Write an essay where you tell us what test preparation practices work best for you and why.
I landed on test preparation strategies that work for me once I shook off the idea that there is one "right" way to study. Rather, by focusing on the kind of thinker I am - abstract, messy, and visual - not only did I start to do much better on tests, but I regained a lot of academic confidence. The basis of my test preparation strategy is taking solid notes throughout the semester. My goal is to produce a personalized and summarized version of the class textbook through my notes, so that I can study with them. Once I know a test is coming up, I flashcard key terms - with nothing on the back. The important thing here is the specificity of each term. For example, instead of making a flashcard with the term 'photosynthesis' I break it down with terms like 'electron transport chain' and 'citric acid cycle'. Now that I have these flashcards to prompt me, I begin studying by using the Feynman method. Named after physicist Richard Feynman, the principle behind this technique is that you've only mastered something when you can explain the concept, however complicated, to a young child. So, after making a revision calendar to ensure I’m covering everything before the test, I go through each term. On a piece of paper I write down everything I know about the term, as if I was explaining it to someone else. During this step I will often talk out loud, or draw mind maps and diagrams. Here I’m also intentional about using active recall, by avoiding referring to my notes unless I’m absolutely stuck. If I need to look at my notes to explain something, that’s a signal to me that I need to spend more time understanding the concept. As a result of using this preparation method, the night before a test is always relaxed. Most importantly, the process of finding a study strategy that works for me showed me just how much intelligence is tied to hard work, and adopting this growth mindset has made college a lot more rewarding.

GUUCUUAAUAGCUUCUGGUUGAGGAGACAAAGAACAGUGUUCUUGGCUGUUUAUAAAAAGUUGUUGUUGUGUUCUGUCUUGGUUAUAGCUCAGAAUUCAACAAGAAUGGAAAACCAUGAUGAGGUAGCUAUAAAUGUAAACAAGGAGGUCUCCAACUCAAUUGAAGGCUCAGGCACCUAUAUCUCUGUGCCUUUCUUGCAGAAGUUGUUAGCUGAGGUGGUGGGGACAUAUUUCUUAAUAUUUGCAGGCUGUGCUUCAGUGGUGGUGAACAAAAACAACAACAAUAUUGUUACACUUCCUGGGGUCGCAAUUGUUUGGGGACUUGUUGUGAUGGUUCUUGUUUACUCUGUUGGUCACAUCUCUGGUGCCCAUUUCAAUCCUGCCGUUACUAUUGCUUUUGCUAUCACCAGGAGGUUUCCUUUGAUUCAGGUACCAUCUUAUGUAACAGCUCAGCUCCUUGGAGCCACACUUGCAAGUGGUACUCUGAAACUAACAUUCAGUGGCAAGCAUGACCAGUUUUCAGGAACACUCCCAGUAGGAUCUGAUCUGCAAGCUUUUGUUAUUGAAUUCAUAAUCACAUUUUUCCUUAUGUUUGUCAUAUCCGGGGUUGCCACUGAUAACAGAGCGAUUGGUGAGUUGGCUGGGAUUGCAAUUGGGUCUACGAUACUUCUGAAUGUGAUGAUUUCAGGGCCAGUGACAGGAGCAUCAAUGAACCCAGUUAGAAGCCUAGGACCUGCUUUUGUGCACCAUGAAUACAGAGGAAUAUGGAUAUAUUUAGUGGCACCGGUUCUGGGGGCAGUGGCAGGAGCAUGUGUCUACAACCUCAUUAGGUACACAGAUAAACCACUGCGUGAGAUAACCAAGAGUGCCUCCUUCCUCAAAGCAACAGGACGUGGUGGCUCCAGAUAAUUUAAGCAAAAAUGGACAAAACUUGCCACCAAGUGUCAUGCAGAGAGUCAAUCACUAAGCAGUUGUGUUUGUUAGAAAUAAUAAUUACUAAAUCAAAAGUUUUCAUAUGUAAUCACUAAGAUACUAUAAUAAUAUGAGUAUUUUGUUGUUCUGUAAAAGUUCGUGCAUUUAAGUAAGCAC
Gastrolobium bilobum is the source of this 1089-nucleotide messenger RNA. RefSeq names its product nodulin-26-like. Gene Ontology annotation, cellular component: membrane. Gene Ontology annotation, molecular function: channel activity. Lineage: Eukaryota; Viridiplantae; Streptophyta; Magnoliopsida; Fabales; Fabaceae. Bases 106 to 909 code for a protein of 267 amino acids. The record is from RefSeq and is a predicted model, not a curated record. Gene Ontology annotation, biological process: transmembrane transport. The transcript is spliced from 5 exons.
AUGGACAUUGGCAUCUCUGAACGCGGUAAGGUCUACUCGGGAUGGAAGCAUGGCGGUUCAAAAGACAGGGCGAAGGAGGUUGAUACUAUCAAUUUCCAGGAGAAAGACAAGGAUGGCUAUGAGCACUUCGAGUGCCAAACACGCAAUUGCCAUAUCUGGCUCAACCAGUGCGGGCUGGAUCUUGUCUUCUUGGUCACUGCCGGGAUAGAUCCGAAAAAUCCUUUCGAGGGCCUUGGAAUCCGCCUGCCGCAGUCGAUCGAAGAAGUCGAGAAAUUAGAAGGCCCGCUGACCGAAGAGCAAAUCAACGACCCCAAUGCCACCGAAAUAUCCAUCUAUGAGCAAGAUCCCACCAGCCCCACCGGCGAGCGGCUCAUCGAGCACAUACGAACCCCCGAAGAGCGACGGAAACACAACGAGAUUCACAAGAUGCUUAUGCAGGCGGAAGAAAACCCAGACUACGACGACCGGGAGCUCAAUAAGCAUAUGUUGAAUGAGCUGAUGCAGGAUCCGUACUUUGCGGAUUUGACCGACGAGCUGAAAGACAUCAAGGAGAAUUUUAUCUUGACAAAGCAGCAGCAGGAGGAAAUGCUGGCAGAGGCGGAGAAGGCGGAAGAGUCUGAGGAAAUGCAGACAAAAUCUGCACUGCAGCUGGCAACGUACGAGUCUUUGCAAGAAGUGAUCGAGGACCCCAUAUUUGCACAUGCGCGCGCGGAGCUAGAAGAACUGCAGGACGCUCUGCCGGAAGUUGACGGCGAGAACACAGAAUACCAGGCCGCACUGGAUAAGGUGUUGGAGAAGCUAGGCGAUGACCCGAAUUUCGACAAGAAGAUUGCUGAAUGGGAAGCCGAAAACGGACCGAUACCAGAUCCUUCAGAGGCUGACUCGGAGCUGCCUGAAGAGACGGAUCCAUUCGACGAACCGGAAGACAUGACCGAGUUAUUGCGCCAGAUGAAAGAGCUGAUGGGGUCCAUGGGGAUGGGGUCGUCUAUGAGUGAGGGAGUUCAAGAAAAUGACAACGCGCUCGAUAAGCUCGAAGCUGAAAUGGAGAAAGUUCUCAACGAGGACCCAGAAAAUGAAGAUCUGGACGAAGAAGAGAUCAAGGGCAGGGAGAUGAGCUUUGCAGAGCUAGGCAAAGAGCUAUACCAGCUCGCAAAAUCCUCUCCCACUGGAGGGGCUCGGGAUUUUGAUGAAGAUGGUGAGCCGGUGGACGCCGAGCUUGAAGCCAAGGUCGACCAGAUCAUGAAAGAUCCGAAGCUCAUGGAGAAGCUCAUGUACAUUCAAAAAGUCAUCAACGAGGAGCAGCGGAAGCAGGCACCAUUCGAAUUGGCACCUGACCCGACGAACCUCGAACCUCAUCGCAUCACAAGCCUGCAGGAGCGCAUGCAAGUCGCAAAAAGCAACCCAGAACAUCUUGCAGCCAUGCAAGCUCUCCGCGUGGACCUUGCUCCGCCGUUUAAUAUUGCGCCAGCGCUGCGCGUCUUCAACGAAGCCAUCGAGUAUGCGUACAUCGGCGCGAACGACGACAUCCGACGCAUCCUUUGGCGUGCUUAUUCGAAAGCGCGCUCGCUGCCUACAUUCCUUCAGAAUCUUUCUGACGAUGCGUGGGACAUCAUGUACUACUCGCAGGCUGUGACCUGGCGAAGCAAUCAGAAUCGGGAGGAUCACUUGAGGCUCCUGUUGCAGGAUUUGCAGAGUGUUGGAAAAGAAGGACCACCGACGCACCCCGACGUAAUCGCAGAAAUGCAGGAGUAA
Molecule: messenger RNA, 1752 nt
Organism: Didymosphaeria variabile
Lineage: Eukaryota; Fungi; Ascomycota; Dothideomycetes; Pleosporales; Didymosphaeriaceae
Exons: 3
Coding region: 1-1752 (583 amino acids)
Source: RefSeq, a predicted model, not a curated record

Meghna from Wisconsin